This vulnerability affects many, probably most, SSL-enabled Internet services in some form. We echo Tumblr’s recommendation, as reported in the LA Times: “take some time to change your passwords everywhere.” Be safe.

New Account Usage Overview

Posted by @lmarburger on

The new account usage page gives an overview of total log transfer over the past month and the senders with the highest volume. Find it linked from your account’s plan usage section.

Account Usage

Use these new graphs to see things about your usage that was previously unavailable. For example:

  • Top senders: Spot the senders logging the most data. Jump to a high-volume sender’s logs to look for unused messages which can be filtered.

  • Changes in log rate: Did a recent deploy affect log output? Maybe a debug message slipped through to production or an entire sender has been silent today.

  • Unexpected senders: Perhaps a daily job logs a good deal of unnecessary data. Unless someone is watching the events while the job runs, it’s possible no one would ever notice.

Along with log rate notifications, we hope you’re able to catch unnecessary logs quicker to trim noise and save money.

More consistent service intervals and 16/25 GB pricing

Posted by @troyd on

We’ve made 3 minor changes to make Papertrail’s service easier to understand and more predictable:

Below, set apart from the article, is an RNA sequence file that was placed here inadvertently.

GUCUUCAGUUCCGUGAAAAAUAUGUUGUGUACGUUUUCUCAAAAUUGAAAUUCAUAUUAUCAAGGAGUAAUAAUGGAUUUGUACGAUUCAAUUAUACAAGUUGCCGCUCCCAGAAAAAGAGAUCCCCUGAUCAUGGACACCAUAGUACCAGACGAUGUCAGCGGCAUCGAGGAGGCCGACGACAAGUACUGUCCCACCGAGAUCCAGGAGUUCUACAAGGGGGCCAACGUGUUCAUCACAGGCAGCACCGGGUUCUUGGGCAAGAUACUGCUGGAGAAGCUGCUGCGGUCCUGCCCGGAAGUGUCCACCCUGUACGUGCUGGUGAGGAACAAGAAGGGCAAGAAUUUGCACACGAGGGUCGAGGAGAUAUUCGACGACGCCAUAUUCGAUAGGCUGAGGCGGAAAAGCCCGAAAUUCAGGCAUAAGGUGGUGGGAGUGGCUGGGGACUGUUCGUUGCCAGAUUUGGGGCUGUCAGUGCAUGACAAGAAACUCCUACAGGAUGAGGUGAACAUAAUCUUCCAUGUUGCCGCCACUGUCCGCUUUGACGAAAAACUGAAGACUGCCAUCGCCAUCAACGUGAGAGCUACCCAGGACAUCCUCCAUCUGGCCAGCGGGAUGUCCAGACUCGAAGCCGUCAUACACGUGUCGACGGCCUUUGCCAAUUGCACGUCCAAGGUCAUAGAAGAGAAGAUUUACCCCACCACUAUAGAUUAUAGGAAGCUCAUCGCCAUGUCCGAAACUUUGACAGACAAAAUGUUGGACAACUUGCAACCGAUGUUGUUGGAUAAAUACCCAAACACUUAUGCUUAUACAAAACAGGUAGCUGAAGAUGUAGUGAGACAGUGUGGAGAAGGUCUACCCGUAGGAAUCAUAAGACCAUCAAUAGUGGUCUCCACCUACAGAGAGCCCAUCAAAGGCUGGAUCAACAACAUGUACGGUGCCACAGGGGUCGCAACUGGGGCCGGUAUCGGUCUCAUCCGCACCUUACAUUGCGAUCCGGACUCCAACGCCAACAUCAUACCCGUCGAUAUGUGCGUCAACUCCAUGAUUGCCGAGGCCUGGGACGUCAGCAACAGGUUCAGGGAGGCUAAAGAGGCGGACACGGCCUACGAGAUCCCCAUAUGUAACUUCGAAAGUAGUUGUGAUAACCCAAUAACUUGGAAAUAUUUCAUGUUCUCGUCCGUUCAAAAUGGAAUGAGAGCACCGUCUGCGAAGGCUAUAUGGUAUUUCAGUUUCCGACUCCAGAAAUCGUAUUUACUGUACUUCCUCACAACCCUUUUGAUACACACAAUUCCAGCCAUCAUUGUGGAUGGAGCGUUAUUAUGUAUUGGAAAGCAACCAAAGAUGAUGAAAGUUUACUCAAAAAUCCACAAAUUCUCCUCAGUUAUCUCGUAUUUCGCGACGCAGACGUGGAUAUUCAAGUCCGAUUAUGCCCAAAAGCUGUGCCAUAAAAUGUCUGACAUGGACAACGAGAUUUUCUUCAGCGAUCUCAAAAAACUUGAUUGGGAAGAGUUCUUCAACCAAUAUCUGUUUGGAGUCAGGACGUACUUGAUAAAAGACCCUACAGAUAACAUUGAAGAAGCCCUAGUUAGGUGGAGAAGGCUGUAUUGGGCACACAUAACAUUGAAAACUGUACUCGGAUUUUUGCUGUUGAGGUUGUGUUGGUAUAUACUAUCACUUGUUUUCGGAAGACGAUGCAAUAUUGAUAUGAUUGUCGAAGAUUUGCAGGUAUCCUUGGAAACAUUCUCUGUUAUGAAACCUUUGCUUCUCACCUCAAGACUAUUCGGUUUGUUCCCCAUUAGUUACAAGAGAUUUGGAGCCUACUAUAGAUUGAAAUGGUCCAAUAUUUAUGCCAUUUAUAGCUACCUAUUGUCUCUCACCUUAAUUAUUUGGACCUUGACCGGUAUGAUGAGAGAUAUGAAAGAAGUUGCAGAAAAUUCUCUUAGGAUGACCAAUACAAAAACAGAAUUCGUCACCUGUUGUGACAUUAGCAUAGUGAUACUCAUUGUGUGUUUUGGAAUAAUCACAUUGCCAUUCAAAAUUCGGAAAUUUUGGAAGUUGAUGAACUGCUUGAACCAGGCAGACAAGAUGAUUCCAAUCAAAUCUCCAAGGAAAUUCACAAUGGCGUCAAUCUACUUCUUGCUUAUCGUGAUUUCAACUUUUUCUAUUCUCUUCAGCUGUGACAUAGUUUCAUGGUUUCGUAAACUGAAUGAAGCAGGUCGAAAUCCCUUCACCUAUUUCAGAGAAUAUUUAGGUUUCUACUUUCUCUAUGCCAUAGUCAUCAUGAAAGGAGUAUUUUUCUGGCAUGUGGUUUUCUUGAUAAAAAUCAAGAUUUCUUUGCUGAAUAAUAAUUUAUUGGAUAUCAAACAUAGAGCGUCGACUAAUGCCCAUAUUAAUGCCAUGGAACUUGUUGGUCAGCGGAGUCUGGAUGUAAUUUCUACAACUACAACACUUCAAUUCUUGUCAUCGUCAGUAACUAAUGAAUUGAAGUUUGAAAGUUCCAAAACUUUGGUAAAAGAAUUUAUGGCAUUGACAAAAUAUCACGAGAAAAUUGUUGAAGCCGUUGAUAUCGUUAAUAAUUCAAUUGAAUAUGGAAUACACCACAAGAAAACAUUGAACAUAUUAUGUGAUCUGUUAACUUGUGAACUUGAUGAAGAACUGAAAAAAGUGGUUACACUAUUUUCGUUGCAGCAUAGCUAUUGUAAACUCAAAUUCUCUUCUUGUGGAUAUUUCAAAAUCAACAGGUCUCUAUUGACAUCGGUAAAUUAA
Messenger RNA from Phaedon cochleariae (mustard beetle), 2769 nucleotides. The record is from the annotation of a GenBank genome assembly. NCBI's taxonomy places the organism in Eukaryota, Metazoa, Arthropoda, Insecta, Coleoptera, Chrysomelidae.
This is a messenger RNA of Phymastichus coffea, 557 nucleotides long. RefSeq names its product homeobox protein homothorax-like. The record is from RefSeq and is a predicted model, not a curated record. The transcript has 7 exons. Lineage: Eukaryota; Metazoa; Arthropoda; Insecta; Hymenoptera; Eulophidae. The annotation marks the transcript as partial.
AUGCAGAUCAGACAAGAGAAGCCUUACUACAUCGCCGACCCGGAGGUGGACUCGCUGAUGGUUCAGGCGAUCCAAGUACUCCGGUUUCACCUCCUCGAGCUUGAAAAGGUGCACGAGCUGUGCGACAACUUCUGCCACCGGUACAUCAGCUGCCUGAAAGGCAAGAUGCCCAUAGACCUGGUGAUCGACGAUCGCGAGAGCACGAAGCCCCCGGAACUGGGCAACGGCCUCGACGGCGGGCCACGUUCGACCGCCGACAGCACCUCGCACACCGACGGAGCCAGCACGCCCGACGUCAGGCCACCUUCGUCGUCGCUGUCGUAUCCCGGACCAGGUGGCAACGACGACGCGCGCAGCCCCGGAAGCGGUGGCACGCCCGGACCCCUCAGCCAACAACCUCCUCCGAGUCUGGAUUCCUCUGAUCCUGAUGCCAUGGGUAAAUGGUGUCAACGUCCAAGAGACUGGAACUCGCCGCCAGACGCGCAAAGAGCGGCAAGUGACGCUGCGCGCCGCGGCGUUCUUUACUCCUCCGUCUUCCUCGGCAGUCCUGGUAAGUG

1. The free plan now measures usage the same way as all other plans, which is from one day of a month (such as the 13th) to the same day in the following calendar month. Details are below.
  2. Existing plans with 16 GB/month of log data transfer are now less expensive. The new prices are more logical when compared to 8 and 25 GB/month plans. All existing customers on the 16 GB/month plans will automatically receive the lower pricing as well as individual emails about the change.
  3. New plans have been created with 25 GB of log data transfer per month. They fill an unintentional gap between 16 GB and 50 GB which previously required pay-as-you-go additional usage. As with all Papertrail plans, they are available with 1, 3, 7, 14, and 30 days of searchable retention and 1 year of archives.